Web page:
Nothing in Bev or Russ’s demeanor suggests they are people who have been through a tragedy except perhaps (if we’re looking for clues) Russ’s determined immobility. But Jim, who came by because of Bev’s concern over her husband, brings up the verboten subject of their dead Korean War-vet son, and Russ shuts him up by telling him to go fuck himself. Griffin’s Jim blinks and stares into space, disoriented, as if he’d suddenly found himself in the wrong play, and we wonder, too, as what we’ve been watching jogs for an instant into the kind of modern family drama where characters don’t feel the need to mind their language. Albert, who’s been standing around on the periphery of the action waiting for his wife, ducks out in embarrassment. We think we’ve been pulled back on course when another neighbor, Karl (Jeremy Shamos), shows up with a pregnant wife, Betsy (Annie Parisse), and a terrible sidewall haircut that makes him look as if he’d stepped out of a comic strip of the period. But Betsy’s deafness sets off her sweetness and cuteness so that they seem manufactured, and you register that you’d never find a hearing-impaired character rippling the perfect surface of a fifties TV show.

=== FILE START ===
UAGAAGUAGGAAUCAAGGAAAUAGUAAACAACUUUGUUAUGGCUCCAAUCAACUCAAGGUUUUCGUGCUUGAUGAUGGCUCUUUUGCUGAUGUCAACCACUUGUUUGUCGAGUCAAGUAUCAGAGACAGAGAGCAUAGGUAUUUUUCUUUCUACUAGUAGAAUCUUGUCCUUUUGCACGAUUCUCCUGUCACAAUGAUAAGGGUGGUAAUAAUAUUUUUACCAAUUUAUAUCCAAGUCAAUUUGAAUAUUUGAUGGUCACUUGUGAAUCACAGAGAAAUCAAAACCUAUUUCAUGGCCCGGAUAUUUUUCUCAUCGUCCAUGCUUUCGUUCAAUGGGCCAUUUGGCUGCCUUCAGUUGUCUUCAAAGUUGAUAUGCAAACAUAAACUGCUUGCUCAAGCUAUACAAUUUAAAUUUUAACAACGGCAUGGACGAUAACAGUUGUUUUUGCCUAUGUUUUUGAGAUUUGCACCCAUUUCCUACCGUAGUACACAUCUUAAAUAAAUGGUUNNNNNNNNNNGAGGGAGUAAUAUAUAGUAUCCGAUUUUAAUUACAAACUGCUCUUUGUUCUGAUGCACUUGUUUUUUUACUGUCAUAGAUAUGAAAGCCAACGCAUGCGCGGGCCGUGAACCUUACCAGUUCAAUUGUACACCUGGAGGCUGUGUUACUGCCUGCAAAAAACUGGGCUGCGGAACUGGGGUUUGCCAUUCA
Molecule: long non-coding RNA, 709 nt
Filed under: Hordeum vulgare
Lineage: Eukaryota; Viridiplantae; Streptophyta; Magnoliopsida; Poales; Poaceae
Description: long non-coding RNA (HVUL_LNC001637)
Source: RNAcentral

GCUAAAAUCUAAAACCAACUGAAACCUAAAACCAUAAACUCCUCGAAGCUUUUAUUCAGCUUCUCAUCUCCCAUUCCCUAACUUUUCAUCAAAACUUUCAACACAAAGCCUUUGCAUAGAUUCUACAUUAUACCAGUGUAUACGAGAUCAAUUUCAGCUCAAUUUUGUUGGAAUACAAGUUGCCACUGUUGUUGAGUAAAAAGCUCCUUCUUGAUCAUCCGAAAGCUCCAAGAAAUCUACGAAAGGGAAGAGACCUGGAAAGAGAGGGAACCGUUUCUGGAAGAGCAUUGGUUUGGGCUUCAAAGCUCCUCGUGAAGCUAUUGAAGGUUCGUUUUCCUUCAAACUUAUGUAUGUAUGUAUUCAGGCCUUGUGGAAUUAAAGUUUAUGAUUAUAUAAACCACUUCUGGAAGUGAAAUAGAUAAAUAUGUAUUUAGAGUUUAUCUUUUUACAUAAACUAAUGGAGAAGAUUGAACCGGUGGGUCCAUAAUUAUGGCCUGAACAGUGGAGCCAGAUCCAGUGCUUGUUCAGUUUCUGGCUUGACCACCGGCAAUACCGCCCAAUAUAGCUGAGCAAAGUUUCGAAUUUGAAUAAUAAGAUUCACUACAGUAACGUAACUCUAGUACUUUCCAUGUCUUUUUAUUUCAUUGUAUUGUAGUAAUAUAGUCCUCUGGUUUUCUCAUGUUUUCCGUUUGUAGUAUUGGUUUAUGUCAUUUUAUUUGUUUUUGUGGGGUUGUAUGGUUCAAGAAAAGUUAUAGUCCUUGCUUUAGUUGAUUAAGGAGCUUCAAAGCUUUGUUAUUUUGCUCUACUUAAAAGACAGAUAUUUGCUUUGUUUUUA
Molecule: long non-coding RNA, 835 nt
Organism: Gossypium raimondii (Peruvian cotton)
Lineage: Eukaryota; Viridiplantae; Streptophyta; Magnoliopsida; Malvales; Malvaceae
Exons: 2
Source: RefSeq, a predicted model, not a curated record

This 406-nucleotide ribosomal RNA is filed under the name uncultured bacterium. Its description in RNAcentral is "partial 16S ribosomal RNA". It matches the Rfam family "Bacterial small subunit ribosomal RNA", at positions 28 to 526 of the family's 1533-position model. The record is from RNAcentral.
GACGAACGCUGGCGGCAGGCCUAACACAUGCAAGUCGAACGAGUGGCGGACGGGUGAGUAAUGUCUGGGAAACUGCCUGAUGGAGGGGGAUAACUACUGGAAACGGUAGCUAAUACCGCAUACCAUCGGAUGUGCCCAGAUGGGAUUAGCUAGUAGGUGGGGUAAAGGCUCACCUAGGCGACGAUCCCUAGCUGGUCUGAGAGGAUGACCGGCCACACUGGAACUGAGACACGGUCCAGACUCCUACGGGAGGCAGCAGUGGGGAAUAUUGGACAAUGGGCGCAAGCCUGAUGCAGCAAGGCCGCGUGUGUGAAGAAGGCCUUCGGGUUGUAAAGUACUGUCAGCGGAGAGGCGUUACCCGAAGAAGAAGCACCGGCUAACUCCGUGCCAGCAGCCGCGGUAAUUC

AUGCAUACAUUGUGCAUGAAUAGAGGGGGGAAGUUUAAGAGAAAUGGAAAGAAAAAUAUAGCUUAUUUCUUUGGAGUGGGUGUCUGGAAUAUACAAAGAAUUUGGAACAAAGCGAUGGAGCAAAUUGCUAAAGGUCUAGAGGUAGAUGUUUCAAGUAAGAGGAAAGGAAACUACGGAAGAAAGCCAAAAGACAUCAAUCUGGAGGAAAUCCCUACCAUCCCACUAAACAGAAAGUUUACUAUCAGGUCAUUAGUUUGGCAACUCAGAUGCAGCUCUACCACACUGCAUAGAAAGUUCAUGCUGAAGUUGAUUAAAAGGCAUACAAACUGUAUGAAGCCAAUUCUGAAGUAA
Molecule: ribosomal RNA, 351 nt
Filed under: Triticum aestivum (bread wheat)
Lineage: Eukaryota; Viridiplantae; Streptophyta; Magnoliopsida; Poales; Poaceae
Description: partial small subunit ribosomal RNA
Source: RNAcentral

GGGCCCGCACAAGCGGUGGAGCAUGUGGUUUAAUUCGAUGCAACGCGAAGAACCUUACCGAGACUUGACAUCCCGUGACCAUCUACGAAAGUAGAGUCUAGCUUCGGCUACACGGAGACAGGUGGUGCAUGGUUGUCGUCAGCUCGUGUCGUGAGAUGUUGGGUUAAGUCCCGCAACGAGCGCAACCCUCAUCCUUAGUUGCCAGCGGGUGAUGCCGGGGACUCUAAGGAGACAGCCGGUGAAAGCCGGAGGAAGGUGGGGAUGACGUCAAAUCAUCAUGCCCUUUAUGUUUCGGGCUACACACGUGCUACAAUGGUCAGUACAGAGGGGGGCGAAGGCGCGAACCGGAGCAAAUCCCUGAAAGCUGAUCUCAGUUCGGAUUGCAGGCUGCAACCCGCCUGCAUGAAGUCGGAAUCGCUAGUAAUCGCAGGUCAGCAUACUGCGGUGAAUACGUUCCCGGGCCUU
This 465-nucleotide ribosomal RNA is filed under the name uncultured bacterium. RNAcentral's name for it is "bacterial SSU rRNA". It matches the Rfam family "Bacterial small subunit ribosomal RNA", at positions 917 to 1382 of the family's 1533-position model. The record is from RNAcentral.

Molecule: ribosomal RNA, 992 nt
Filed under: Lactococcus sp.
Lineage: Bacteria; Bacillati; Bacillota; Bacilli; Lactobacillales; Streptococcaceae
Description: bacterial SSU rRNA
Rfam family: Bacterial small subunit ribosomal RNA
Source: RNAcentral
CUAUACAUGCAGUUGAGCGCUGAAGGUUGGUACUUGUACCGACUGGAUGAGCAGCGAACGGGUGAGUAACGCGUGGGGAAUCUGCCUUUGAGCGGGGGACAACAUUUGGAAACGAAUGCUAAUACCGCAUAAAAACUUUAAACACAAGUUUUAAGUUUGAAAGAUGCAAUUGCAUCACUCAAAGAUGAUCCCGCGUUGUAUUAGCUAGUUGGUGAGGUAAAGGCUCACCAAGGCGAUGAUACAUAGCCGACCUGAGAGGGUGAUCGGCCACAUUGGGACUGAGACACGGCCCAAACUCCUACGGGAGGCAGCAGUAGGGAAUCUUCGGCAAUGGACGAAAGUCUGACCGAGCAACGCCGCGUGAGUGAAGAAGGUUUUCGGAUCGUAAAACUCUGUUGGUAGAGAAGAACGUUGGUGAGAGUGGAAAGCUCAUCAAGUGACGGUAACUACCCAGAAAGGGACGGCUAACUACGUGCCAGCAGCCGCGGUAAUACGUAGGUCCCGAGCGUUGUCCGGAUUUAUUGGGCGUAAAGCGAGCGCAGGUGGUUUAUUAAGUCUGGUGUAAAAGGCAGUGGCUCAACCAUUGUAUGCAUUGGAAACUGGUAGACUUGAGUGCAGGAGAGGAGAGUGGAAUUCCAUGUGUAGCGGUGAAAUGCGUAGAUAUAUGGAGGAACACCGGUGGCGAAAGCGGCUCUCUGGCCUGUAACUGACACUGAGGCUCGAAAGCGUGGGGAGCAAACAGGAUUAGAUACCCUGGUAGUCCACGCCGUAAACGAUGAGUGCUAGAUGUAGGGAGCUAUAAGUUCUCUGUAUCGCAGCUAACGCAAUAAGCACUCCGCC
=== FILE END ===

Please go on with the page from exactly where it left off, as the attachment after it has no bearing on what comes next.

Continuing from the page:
|Christina Kirk and Frank Wood|